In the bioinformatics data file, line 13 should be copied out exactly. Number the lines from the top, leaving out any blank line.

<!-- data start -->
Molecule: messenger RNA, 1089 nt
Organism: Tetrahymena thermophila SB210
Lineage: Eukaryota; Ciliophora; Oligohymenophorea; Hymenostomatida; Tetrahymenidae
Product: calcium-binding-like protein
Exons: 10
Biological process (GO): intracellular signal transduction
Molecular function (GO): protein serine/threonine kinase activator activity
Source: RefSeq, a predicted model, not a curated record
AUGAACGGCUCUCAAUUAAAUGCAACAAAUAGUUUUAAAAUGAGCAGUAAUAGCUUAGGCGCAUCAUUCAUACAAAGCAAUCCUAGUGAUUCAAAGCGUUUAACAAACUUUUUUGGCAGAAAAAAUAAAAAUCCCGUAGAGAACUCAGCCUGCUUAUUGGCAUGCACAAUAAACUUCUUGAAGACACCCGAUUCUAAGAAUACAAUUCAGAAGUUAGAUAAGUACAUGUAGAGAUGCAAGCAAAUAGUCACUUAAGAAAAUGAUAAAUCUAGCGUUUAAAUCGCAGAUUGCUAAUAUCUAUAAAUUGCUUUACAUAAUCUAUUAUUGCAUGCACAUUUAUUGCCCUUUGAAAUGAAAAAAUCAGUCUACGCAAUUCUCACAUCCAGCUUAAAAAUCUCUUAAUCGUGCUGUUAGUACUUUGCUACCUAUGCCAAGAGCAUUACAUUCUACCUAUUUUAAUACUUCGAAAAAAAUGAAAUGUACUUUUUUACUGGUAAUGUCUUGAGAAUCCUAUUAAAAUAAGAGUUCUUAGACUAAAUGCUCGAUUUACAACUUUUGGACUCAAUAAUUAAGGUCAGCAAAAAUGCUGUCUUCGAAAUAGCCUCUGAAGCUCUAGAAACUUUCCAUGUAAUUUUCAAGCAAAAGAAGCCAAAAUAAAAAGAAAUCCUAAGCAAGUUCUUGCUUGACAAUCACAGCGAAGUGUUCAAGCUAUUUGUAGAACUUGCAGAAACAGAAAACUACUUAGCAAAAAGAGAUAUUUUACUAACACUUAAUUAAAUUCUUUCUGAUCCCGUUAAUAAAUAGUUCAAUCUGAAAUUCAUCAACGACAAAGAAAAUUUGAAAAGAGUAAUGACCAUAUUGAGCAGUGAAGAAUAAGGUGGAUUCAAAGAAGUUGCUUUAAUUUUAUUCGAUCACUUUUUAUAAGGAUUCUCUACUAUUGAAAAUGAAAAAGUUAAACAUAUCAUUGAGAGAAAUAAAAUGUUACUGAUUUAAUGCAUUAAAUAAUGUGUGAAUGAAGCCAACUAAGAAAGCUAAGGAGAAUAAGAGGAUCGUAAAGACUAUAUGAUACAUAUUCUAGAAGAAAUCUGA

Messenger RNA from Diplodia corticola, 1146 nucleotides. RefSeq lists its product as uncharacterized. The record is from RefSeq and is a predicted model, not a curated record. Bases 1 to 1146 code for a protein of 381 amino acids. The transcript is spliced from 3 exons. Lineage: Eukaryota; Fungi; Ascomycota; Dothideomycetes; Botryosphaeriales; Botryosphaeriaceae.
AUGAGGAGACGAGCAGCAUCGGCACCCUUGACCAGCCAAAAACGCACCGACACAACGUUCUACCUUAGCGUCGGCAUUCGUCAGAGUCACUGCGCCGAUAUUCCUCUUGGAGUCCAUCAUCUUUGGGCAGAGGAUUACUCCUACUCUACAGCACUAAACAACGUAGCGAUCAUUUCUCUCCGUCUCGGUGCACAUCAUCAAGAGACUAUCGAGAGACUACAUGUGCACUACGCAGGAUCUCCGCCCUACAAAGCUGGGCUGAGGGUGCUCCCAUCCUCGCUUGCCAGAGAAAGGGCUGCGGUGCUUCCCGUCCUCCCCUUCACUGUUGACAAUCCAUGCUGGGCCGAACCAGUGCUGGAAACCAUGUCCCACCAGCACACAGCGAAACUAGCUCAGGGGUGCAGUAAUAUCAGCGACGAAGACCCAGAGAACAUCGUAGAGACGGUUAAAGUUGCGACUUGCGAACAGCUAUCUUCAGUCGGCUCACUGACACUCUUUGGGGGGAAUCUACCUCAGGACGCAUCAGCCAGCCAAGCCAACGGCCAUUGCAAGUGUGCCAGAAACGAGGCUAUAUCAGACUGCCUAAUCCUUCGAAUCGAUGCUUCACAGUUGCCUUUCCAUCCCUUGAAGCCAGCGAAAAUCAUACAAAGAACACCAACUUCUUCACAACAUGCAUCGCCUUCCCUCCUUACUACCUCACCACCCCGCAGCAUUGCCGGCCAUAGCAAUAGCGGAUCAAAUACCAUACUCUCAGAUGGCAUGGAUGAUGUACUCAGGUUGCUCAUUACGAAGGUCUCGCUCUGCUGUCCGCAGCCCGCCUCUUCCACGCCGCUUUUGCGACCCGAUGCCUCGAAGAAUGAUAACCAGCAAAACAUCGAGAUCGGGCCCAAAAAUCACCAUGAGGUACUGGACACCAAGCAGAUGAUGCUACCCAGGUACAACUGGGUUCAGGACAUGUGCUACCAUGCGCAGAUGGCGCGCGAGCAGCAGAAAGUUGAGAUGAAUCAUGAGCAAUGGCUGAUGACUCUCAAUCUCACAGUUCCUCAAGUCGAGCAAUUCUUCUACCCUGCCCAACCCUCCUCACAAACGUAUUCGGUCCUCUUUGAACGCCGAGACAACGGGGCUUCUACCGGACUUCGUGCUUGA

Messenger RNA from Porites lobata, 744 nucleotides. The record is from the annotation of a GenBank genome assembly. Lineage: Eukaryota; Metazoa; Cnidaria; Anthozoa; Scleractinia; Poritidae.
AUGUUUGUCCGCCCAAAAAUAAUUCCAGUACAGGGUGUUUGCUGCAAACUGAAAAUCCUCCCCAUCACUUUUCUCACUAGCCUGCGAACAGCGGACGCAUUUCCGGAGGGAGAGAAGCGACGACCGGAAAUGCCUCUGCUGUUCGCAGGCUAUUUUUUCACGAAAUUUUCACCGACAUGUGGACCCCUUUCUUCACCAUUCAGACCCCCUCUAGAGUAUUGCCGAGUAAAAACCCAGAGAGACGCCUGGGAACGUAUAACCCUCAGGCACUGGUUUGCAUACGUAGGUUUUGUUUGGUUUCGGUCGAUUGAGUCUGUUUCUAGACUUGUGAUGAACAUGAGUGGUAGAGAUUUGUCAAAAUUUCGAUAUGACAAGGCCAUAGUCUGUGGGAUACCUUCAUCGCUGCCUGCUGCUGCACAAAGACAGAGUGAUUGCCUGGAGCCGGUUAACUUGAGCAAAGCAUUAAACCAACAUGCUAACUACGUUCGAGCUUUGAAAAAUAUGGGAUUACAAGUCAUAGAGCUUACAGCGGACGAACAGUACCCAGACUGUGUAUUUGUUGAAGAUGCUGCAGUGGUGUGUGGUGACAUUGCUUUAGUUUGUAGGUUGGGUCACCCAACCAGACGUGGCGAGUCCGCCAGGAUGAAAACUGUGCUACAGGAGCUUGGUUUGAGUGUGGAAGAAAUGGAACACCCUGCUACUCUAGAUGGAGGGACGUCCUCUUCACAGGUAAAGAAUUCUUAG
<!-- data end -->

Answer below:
AUGUUUGUCCGCCCAAAAAUAAUUCCAGUACAGGGUGUUUGCUGCAAACUGAAAAUCCUCCCCAUCACUUUUCUCACUAGCCUGCGAACAGCGGACGCAUUUCCGGAGGGAGAGAAGCGACGACCGGAAAUGCCUCUGCUGUUCGCAGGCUAUUUUUUCACGAAAUUUUCACCGACAUGUGGACCCCUUUCUUCACCAUUCAGACCCCCUCUAGAGUAUUGCCGAGUAAAAACCCAGAGAGACGCCUGGGAACGUAUAACCCUCAGGCACUGGUUUGCAUACGUAGGUUUUGUUUGGUUUCGGUCGAUUGAGUCUGUUUCUAGACUUGUGAUGAACAUGAGUGGUAGAGAUUUGUCAAAAUUUCGAUAUGACAAGGCCAUAGUCUGUGGGAUACCUUCAUCGCUGCCUGCUGCUGCACAAAGACAGAGUGAUUGCCUGGAGCCGGUUAACUUGAGCAAAGCAUUAAACCAACAUGCUAACUACGUUCGAGCUUUGAAAAAUAUGGGAUUACAAGUCAUAGAGCUUACAGCGGACGAACAGUACCCAGACUGUGUAUUUGUUGAAGAUGCUGCAGUGGUGUGUGGUGACAUUGCUUUAGUUUGUAGGUUGGGUCACCCAACCAGACGUGGCGAGUCCGCCAGGAUGAAAACUGUGCUACAGGAGCUUGGUUUGAGUGUGGAAGAAAUGGAACACCCUGCUACUCUAGAUGGAGGGACGUCCUCUUCACAGGUAAAGAAUUCUUAG